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Five Years Since Harvey. Seventeen Years Since Katrina. What Did We Learn?

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Rich Johnson, Director of Communications and Public Affairs

Five Years Since Harvey. Seventeen Years Since Katrina. What Did We Learn?

Tips on how to prepare for the next major hurricane

Austin, TX – On Aug. 29, 2005, Hurricane Katrina roared ashore as a devastating and destructive Category 5 hurricane, with wind speeds topping out at 174 mph. The storm caused over 1,800 fatalities and remains the single biggest loss event in the history of the global insurance industry.

On Aug. 25, 2017, Hurricane Harvey made landfall near Port Aransas as a dangerous Category 4 hurricane with wind speeds up to 134 mph. The storm claimed 68 lives and went on to produce an unbelievable 27 trillion gallons of rain. In Texas alone, insurers paid out an estimated $20 billion in losses, making Harvey the single biggest loss event in the state’s history.

These storms displaced hundreds of thousands of people as the floodwaters rose. Homes were destroyed, cars washed away, businesses impacted, and lives changed. As the anniversaries of Katrina and Harvey approach, we can reflect on the lessons learned and be better prepared for the next major catastrophe that threatens the coast.

Lesson 1: Consider Flood Insurance

In the wake of Harvey, floodwaters damaged more than 200,000 homes and apartment buildings in Harris County, and 75 percent of these affected residences were not in a flood plain.

Without flood insurance, most residents must pay out of pocket, depend on the Federal Emergency Management Agency (FEMA) grants or assistance, or take out loans to repair and replace damaged items. With flood insurance, you can recover faster and have more resources available for the recovery process.

    Only about 14 percent of Texas homeowners have flood insurance through the NFIP (National Flood Insurance Program)
    A typical homeowners or renters insurance policy does not usually cover flood damage.
    Coverage limits: $250,000 for the building and $100,000 for the building contents.
    Buy now! Unless obtained upon the purchase of a new home, NFIP flood insurance policies typically have a 30-day waiting period from date of purchase until your flood insurance policy goes into effect.
    25 percent of flood claims come from outside high-risk flood zones.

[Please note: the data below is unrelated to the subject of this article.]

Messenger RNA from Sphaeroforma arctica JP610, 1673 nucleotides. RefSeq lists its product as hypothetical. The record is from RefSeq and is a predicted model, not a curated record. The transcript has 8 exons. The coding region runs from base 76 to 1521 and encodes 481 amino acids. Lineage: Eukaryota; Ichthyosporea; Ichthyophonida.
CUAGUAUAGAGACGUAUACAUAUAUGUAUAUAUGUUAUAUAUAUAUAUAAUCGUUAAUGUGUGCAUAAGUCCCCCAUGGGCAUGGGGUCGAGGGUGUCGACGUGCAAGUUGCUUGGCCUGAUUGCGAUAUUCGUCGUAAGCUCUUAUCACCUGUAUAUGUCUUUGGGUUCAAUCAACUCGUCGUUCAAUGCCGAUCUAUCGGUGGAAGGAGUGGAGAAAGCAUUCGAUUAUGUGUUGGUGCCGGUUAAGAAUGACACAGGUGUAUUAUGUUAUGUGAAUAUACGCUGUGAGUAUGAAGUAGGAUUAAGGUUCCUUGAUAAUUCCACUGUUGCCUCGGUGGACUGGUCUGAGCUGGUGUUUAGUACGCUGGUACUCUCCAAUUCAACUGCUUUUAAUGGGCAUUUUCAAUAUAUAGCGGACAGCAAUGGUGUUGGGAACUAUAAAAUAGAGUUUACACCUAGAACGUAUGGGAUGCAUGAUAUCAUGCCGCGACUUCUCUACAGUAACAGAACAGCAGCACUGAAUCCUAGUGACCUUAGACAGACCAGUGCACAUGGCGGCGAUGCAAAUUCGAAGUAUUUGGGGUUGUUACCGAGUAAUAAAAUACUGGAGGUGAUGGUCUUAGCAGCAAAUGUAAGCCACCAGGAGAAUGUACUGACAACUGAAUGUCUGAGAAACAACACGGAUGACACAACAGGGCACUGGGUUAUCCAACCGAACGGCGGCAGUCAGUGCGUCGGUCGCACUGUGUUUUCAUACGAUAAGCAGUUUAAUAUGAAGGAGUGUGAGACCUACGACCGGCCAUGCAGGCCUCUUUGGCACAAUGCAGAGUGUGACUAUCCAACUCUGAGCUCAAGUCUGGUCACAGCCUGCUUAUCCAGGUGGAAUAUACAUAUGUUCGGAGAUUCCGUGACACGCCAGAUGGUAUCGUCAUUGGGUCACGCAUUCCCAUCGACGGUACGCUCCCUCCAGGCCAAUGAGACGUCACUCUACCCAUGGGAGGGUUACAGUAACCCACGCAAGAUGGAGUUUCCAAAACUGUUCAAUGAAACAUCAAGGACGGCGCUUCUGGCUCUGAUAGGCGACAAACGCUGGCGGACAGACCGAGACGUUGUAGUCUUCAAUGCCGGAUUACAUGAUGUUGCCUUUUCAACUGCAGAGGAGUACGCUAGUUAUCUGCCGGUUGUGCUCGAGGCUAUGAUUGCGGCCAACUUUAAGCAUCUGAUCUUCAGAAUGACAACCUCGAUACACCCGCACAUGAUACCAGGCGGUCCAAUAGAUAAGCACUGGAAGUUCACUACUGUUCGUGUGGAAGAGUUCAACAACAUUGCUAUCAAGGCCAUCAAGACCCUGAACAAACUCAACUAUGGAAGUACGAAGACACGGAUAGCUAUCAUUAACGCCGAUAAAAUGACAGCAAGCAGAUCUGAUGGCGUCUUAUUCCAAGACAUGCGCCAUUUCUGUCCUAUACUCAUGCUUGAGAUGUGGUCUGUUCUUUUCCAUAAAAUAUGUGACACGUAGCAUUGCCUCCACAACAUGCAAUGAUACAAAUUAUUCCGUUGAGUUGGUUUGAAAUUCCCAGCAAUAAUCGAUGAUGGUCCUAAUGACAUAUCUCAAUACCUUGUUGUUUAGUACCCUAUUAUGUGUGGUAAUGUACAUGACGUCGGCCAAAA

Any insurance agent can sell flood insurance.  Most flood insurance policies (about 95 percent) are provided by the National Flood Insurance Program (NFIP) which falls under FEMA, but the private market provides flood coverage as well.
    As of 2022, the average annual NFIP flood insurance rate is $985, and the average annual rate in Texas is only $656 – the 4th cheapest premiums in the country.

Lesson 2: Be Prepared

Tropical storms and hurricanes can and do develop quickly, often with only a few days’ notice. After they form, their forecasted tracks can change quickly. Texans living near or along the coast need to stay prepared for severe weather risks, especially during hurricane season.

    Check your insurance coverage. Make sure you have adequate coverage – the cost to rebuild a home has increased dramatically in the last few years.
    Know if you have a named storm deductible and how much it is, or an exclusion for wind coverage.
    Many property owners in coastal counties need a separate windstorm policy.
    While the majority of policies are written through the private market, another option is to purchase a policy through the state’s “insurer of last resort,” the Texas Windstorm Insurance Association (TWIA).
    Inventory your personal property with a video catalog of your home. It will help the claims process if disaster strikes.
    Build an emergency supplies kit. has a good list of what items you should have in your “go bag.”
    Make an evacuation plan. Sign up for alerts through your local emergency services district and know what the evacuation routes are.

Lesson 3: After the Storm

In the aftermath of a major storm, Texans should be on the lookout for any bad actors that try to take advantage of those in need. Fraud is often prevalent as people begin the recovery process, so take these steps to protect yourself:

    Identify contractors through references. Family, friends, and neighbors can often provide trusted resources for service providers after a loss. Check online reviews.
    Questionable sales tactics are a huge red flag. If a contractor is offering a significant discount, requires payment up front, or offers to waive a deductible, seek other options. It is illegal in Texas for a contractor or roofer to waive or rebate an insurance deductible.
    Get more than one estimate. Compare the itemized repairs and never sign a contract with blanks on it.

There will be another major hurricane that hits the Texas coast – it is not a matter of if, but when. Securing flood insurance on your property, staying prepared with evacuation plans and an emergency supplies kit, and ensuring you have adequate insurance coverage in place are steps every Texan can take to be protected when the next storm hits.


About the Insurance Council of Texas

The Insurance Council of Texas is a nonprofit trade association that promotes the property and casualty insurance industry by providing relevant information and resources to its members, the public, regulators, and the media. Learn more at

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ICT staff is available for phone and online interviews. Contact Rich Johnson, director of communications and public affairs at

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